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Environmental toxicology and pharmacology

Toxicological effects of short-term dietary acrylamide exposure in male F344 rats.


PMID 25473820

Abstract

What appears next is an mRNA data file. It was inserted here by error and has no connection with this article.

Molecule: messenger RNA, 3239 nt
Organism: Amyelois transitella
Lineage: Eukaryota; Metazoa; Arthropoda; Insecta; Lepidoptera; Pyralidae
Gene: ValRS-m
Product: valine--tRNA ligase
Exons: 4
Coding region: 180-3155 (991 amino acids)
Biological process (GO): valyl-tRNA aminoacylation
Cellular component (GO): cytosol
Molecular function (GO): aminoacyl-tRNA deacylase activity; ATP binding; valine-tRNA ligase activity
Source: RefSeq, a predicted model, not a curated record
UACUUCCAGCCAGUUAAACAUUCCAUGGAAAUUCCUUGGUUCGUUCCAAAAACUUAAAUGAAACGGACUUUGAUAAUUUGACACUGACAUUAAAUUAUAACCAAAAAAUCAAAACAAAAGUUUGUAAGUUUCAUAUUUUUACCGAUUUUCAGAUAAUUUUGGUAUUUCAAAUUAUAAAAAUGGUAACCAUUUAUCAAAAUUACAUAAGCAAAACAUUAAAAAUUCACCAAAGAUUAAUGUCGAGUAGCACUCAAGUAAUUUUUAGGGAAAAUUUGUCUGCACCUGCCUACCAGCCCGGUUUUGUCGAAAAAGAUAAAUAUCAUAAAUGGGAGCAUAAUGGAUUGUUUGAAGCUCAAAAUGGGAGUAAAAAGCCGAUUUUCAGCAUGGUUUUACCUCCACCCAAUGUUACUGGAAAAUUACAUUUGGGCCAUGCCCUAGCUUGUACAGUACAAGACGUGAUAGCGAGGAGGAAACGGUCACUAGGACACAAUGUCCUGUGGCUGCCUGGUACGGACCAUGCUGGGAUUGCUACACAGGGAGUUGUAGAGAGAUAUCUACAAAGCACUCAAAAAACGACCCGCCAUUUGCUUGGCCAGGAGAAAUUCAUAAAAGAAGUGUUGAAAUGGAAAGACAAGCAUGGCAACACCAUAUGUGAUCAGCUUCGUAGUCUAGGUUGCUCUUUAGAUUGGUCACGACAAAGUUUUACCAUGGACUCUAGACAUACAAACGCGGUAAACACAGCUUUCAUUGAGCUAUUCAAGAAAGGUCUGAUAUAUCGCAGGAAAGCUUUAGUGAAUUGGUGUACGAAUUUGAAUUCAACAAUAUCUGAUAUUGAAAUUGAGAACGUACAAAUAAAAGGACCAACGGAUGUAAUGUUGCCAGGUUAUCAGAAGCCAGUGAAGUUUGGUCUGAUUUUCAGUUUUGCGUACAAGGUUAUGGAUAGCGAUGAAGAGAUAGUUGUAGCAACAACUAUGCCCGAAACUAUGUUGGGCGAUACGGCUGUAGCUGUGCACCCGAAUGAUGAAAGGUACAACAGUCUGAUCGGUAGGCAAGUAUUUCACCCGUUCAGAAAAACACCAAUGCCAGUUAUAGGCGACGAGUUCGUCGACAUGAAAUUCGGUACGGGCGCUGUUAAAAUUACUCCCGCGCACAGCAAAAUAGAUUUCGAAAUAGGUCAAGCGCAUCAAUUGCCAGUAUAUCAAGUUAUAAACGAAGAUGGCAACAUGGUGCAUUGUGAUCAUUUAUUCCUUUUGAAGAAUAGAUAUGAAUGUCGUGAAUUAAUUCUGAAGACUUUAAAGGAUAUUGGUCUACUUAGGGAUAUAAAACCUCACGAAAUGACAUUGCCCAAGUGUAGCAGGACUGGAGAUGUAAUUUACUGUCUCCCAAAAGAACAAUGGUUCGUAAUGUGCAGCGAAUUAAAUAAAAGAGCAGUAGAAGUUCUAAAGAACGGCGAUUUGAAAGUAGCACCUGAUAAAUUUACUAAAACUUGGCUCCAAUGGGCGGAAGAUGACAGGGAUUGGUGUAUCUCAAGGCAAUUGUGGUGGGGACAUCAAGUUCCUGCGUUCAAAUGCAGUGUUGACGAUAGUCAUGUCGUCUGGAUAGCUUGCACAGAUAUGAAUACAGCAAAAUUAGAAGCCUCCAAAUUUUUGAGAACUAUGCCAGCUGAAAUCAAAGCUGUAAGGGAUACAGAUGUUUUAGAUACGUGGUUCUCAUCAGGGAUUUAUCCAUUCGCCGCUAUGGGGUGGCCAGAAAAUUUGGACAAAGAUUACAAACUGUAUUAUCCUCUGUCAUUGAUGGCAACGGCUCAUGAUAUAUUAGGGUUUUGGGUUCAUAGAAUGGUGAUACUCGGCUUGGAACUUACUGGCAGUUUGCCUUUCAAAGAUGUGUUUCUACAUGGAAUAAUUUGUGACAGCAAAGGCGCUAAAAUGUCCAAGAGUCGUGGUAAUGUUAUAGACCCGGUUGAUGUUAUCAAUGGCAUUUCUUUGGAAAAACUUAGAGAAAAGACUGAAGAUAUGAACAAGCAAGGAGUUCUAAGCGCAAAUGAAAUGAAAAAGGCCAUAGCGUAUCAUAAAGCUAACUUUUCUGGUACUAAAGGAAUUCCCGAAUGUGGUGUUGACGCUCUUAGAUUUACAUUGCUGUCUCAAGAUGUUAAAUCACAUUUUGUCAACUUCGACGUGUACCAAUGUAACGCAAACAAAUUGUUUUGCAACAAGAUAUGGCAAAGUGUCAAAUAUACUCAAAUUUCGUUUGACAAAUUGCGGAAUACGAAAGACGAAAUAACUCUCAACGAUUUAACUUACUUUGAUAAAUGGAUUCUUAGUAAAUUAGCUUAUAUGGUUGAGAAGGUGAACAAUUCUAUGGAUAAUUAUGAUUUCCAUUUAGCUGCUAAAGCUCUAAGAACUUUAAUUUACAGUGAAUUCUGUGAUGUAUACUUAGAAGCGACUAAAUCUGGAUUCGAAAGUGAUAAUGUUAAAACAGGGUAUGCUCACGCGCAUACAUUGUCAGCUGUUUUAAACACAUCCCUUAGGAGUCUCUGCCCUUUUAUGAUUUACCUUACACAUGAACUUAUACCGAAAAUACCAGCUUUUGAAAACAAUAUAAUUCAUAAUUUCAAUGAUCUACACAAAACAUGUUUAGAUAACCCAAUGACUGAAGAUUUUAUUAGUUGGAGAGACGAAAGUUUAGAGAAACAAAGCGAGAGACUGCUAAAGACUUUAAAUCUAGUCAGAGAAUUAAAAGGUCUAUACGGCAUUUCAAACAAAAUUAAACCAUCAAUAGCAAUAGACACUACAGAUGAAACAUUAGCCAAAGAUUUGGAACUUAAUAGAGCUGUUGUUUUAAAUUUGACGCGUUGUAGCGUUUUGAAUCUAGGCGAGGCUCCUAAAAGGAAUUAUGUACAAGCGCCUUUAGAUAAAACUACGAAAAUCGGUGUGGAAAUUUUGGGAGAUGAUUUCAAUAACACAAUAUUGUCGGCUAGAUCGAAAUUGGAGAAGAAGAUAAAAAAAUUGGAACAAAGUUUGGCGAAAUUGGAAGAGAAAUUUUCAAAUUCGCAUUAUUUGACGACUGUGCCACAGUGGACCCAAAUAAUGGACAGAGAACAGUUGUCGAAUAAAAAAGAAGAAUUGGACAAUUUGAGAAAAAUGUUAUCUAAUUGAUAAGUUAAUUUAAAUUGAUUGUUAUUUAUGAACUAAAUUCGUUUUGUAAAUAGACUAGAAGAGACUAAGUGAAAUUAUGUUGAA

We recently reported that acrylamide, a known rodent and probable human carcinogen, does not increase the risk of azoxymethane (AOM)-induced rat colon precancerous lesions when administered through the diet. Here, we present toxicological data from non-AOM-injected rats. Briefly, male F344 rats were randomized into four dietary groups and received experimental diets based on AIN-93G formulation and containing acrylamide at 0 (control), 5, 10 or 50mg/kg diet (wt/wt) ad libitum for 10 weeks, after which they were killed and their blood collected for hematological and biochemical markers. Acrylamide at the higher doses (10 and 50mg/kg diet) significantly lowered (p<0.05) serum total high density lipoprotein and total testosterone and increased serum lipase in comparison to the control. Blood hematocrit values and lymphocyte counts were significantly lower (p<0.05) in the high dose acrylamide (50mg/kg diet) group compared to control, with a concomitant decrease in hemoglobin level, mean corpuscular volume and mean corpuscular hemoglobin. These results provide additional hazard characterization data and strengthen the notion that at high doses, acrylamide may involve systemic toxicity potentiating tumorigenesis in experimental animals. Further studies are required to understand the health effects of food-borne acrylamide, especially at the lower exposures typified by human diets.